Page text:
The point of my article is not to debate plant neurobiology. It is also not to debate whether or not Alibaba released an April Fools joke a day too soon. From my perspective, ‘GaaS’ is a cleverly engineered marketing effort that also provides nuanced insight into the social mechanisms of Chinese markets. On the one hand the effort represents a classic marketing communications narrative. It uses combinations of lay and technical language, mostly the latter, to project expertise. The ‘scientific’ feel to the communication presents an intertextuality that provides a feeling of authority and safety – “it’s science, so it must be true”. The production also makes reference to several of Alibaba’s core cloud services, and uses humour to create engagement throughout, and at the end.

GaaS could also however be evidence of what Jens Beckert (2017) calls ‘imagined futures and fictional expectations’. Beckert theorises that imagined futures and fictional expectations of future actions have the power to mobilise and drive modern economic transactions in the present. He argues that collectively held images of how futures may or may not materialise are essential market drivers as they free market actors from paralysing doubt allowing them to commit resources, time and efforts in the present. This is nothing new. Traditionally we use past data and history to base rational economic forecasts as means of determining future outcomes. Alibaba’s GaaS example is however slightly different. Rather than using history, I argue that it creates an imagined future that results in a series of fictional expectations. As a result, Alibaba send a clear message to the broader Chinese economy that Alibaba is a firm built on expertise and innovation. This image is transferred to all its products and services, including those being designed and trialled in Chinese football. These ‘present futures’ are a form of temporal horizon in the present that represents the way economic actors – such as Alibaba – want the world to be in the future. The imagined future is not performative – i.e. the vision is not a self-fulfilling prophecy – but significant in that it activates economic efforts in the present irrespective of whether or not the imagined future is ever realised.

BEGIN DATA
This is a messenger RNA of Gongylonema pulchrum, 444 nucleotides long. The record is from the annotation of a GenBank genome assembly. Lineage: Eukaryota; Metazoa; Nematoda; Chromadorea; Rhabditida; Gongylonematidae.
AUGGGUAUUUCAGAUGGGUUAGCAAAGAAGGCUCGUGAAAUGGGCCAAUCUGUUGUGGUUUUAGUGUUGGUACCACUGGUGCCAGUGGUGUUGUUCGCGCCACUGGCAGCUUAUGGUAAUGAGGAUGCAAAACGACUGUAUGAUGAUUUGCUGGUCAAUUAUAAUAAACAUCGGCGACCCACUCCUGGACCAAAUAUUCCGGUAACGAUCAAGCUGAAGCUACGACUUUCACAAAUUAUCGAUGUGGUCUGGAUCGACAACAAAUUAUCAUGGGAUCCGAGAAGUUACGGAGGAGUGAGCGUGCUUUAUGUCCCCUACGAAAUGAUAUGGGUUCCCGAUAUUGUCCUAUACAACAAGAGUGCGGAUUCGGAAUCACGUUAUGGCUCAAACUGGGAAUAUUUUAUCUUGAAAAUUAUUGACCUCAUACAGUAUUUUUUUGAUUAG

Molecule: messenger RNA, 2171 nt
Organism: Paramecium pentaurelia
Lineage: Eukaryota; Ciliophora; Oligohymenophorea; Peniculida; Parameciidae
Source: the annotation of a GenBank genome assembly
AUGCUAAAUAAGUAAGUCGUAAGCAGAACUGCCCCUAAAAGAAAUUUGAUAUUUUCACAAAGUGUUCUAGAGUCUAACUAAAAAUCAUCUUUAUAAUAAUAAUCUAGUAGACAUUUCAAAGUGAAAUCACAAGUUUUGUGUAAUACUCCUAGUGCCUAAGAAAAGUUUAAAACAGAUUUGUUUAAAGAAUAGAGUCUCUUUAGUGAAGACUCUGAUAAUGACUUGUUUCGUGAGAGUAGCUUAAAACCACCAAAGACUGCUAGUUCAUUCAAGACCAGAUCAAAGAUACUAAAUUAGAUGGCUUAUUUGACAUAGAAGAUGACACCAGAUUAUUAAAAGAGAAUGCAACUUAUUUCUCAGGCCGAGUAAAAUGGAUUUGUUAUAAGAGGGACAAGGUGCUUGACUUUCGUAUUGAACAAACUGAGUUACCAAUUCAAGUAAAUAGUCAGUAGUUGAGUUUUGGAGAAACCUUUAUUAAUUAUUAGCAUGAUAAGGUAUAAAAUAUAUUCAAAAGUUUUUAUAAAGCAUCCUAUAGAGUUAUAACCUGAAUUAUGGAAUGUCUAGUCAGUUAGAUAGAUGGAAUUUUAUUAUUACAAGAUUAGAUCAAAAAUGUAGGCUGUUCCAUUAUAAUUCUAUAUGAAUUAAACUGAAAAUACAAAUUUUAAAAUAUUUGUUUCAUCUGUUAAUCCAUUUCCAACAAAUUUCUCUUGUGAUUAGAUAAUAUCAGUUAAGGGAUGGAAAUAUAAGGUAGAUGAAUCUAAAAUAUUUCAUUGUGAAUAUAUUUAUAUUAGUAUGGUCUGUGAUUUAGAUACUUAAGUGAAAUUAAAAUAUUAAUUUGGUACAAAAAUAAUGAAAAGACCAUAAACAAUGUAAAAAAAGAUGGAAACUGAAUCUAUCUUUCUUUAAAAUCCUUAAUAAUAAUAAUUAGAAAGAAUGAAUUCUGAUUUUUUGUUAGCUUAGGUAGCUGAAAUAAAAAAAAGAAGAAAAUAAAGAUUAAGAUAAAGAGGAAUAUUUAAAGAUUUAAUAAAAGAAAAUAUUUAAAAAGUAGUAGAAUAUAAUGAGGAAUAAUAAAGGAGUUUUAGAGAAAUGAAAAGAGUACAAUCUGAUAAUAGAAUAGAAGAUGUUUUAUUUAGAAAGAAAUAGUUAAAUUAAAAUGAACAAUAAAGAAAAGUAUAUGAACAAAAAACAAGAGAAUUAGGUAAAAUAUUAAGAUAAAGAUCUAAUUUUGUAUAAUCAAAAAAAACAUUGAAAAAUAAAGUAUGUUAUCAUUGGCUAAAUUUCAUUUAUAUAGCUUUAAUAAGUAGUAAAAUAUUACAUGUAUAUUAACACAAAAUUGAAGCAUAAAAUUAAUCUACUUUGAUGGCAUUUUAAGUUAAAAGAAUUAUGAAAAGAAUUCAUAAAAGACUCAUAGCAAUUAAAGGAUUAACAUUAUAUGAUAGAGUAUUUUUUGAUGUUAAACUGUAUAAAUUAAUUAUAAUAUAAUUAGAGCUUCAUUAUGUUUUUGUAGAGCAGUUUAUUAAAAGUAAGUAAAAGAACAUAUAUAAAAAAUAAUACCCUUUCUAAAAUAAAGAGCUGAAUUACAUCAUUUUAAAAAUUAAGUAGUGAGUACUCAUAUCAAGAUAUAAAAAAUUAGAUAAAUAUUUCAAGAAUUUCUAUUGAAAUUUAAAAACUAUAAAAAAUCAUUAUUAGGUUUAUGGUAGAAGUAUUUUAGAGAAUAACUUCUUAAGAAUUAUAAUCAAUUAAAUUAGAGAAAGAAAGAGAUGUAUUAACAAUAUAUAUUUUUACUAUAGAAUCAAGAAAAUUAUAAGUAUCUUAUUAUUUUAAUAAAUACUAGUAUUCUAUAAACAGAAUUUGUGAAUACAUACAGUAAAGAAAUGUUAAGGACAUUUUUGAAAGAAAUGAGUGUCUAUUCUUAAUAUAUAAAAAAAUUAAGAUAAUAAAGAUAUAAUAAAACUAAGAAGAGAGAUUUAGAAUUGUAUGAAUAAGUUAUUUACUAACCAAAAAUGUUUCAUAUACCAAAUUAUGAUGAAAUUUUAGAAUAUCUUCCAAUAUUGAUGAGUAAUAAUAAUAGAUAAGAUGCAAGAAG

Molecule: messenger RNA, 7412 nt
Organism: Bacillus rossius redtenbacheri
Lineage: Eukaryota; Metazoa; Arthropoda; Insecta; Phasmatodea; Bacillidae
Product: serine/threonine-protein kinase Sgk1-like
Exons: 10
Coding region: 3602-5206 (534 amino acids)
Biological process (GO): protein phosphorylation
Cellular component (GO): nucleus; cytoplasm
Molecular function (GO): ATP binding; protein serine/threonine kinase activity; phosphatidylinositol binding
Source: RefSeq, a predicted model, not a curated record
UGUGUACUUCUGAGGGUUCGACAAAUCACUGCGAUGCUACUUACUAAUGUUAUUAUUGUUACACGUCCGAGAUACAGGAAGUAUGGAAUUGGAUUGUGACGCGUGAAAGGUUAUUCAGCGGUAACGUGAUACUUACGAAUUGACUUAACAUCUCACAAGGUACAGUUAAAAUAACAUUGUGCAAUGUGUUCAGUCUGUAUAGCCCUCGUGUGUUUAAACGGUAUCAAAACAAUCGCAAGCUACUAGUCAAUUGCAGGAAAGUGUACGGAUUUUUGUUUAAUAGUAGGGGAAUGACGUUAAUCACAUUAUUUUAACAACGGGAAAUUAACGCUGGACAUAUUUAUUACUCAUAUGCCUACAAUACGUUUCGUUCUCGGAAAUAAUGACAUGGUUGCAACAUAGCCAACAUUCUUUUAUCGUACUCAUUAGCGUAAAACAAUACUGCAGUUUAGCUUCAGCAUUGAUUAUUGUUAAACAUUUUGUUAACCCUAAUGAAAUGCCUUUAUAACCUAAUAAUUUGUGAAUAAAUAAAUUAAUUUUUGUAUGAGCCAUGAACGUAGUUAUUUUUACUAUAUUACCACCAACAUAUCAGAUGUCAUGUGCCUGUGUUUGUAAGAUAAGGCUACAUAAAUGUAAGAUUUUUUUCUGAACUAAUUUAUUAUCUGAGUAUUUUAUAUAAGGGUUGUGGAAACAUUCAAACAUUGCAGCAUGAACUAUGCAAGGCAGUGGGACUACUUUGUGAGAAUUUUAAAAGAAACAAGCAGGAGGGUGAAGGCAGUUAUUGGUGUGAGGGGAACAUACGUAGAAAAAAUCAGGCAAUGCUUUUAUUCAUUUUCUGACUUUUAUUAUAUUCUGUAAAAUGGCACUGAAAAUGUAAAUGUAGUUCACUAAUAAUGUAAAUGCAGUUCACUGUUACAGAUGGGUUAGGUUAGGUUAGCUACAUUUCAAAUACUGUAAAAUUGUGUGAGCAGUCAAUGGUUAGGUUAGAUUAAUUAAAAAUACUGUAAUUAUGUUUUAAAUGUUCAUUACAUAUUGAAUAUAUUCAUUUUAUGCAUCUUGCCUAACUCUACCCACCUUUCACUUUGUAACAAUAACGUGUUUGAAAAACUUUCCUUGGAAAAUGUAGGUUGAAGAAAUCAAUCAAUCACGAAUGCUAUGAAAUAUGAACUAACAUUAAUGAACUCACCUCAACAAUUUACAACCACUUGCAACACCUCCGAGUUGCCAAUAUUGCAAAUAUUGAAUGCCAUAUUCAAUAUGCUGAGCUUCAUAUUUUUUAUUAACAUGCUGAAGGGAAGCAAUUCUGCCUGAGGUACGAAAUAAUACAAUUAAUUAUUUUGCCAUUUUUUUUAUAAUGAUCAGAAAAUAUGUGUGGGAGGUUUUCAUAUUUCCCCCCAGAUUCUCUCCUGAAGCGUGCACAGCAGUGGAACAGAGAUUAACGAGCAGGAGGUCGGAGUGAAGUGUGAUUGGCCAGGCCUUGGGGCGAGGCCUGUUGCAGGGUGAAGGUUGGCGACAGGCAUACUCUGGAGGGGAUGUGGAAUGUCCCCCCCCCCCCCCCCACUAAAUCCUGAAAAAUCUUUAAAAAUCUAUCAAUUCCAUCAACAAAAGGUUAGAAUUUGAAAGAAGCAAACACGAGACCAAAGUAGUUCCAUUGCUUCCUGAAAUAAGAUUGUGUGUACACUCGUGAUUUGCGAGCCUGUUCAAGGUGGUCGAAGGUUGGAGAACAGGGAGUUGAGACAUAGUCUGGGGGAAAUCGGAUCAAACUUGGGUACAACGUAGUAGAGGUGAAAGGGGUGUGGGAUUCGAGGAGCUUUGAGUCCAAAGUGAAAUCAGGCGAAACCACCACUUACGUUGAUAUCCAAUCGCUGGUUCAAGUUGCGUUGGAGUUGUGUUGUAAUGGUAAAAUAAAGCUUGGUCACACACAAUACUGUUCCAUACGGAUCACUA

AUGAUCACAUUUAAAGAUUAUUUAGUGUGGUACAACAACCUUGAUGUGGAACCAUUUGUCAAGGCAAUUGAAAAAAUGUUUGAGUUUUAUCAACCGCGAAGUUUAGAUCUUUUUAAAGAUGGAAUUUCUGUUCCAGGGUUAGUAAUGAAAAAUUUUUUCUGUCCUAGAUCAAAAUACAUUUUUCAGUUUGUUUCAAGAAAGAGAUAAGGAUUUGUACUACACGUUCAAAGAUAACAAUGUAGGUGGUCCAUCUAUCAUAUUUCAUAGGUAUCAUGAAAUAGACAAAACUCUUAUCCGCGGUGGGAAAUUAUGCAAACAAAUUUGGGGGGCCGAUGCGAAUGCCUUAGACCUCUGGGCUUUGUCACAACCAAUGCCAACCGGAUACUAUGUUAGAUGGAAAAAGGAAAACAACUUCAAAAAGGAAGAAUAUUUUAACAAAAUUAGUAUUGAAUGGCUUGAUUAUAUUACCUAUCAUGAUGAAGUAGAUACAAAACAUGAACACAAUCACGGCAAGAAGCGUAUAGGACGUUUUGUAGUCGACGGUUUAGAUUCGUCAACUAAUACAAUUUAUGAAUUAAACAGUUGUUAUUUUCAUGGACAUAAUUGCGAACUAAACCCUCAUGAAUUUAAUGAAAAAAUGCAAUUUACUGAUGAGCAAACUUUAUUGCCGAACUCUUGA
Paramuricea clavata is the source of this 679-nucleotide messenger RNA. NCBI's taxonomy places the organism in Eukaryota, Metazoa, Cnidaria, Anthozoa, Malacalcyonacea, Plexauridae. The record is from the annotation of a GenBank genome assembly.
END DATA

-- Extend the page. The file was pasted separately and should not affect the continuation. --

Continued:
So what do fictional expectations and imagined futures mean for Chinese football today? Currently the emergence of football in China as a commercial industry continues to invite scepticism from the West due to its past failings. That said, President Xi’s vision to both host and win a future World-Cup, and Alibaba’s commitment to a Chinese economy – including a thriving football industry – built around innovative cloud technologies is evidence that perhaps China is less concerned with reflecting on its past as a means to future success, and more concerned with equipping the nation with a positive image of the future as a means of driving investment and activity in the present.

David Cockayne is a senior lecturer in Business and Sports Management at the University of Liverpool. He is also a fellow of the China Soccer Observatory. Image Credit: CC by Daniel Cukier/Flickr.